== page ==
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Book Review: Mets Fan

Mike SteffanosSaturday, March 1, 2008
By Mike Steffanos

Mets Fan
Author: Dana Brand
Paperback, 212 pages, McFarland

In one of the many things that didn't get done during the hectic last year of my life, I really regret that it took so long to write this review. I mentioned on several occasions how much I enjoyed the book, and especially enjoyed the chance to meet Dana and several of the finest Mets bloggers at the launch party for the book last September.

Dana's book has received universal praise around the Mets blogosphere. At this point the book has been out for many months, and I'm sure that almost all of my readers have seen reviews and opinions on it. At this point in the game, it's a challenge to bring anything new to the table on what makes this such a terrific book for die-hard Mets fans that enjoy a quality read. Since my own tardiness has created this dilemma, it seems only fair that I try.

Mets Fan When I was invited to Dana's book launch party last year, I wondered what type of person I might be meeting. I had gotten to know Dana a little from some e-mail exchange. He seemed like a nice guy, but I all I really knew about him was that he was an English professor at Hofstra University. I couldn't help but wonder if he might not be a little stuffy and intellectually aloof as some of my own professors seemed back in the day.

Of course he was nothing of the sort. Dana proved to be warm and friendly, and I felt I had known him for a while. I guess I shouldn't have been surprised, because that was what came through in all of his essays. They're smart and well-written, obviously, but also accessible and real. Dana speaks to the simple truths of what it means to be a fan of this amazin' club. In writing about his own experience he touches on things that are universal to most of us. When Dana writes about that magnificent old dump that is Shea Stadium, he speaks to feelings that only true Mets fans can understand:

When I go to Shea, I feel as if I am visiting my father and several long lost versions of my daughter. I visit all of the different eras of my life, and all of the different teams and players who gave me so much happiness as I grew up and grew older. So many pieces of my life are connected by the fundamentally unchanging experience of a game at Shea. So much of what I have known and been seems held in the great curved embrace of the stands, in the rich green symmetry of the field, in the chaos of girders and buttresses and bathrooms and frying food on the concourse behind the seats. So much of me is here, in this thing that can be torn down but can't be replaced.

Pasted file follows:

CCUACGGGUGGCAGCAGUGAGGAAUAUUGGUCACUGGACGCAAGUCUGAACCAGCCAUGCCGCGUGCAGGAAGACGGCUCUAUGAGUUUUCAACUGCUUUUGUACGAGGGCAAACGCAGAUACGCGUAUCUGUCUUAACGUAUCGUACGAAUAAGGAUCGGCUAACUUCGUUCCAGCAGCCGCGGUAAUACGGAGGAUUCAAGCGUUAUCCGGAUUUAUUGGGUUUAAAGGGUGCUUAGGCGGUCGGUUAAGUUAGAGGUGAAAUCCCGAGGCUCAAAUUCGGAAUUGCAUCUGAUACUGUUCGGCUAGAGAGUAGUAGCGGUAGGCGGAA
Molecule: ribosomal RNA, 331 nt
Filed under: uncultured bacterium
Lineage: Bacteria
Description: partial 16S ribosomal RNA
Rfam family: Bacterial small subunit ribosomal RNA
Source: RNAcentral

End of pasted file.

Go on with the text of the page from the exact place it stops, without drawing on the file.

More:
The essay that this quote was pulled from is on Dana's web site along with three others that appear in the pages of his book. Dana gives you a chance to get to know him and his book before you spend a dime of your money. That seems more than fair to me.

Speaking of getting to know Dana, there is a page on the web site devoted to his appearance schedule. As highly as I recommend the book, I also recommend that if you have a chance to make it to one of these events you do so. You'll find Dana is as warm and engaging as his wonderful book. And Dana, if you ever write another one of these, I promise not to take so damned long to review it.

Buy Mets Fan online at Amazon.com

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About Mike: I was the original writer on this web site, actually its only writer for the first 15 months of existence. Although I am grateful for the excellent contributions of my fellow writers here, I have no plans of stepping back into strictly an editorial role. I started this thing in the first place because I love to write and I love the Mets, and blogging here keeps me somewhat sane. If you haven't had enough already, more bio info can be found here.

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Comments (2)

You sold me. I'll be getting mt copy soon. Wouldn't Xavier Nady look good as our right hand bat to fill in at 1st base and right field? What would it take to get him? They say he is available.

Available, but at what price? The Pirates aren't looking to give him away, and the Mets can't afford to completely empty the farm system.

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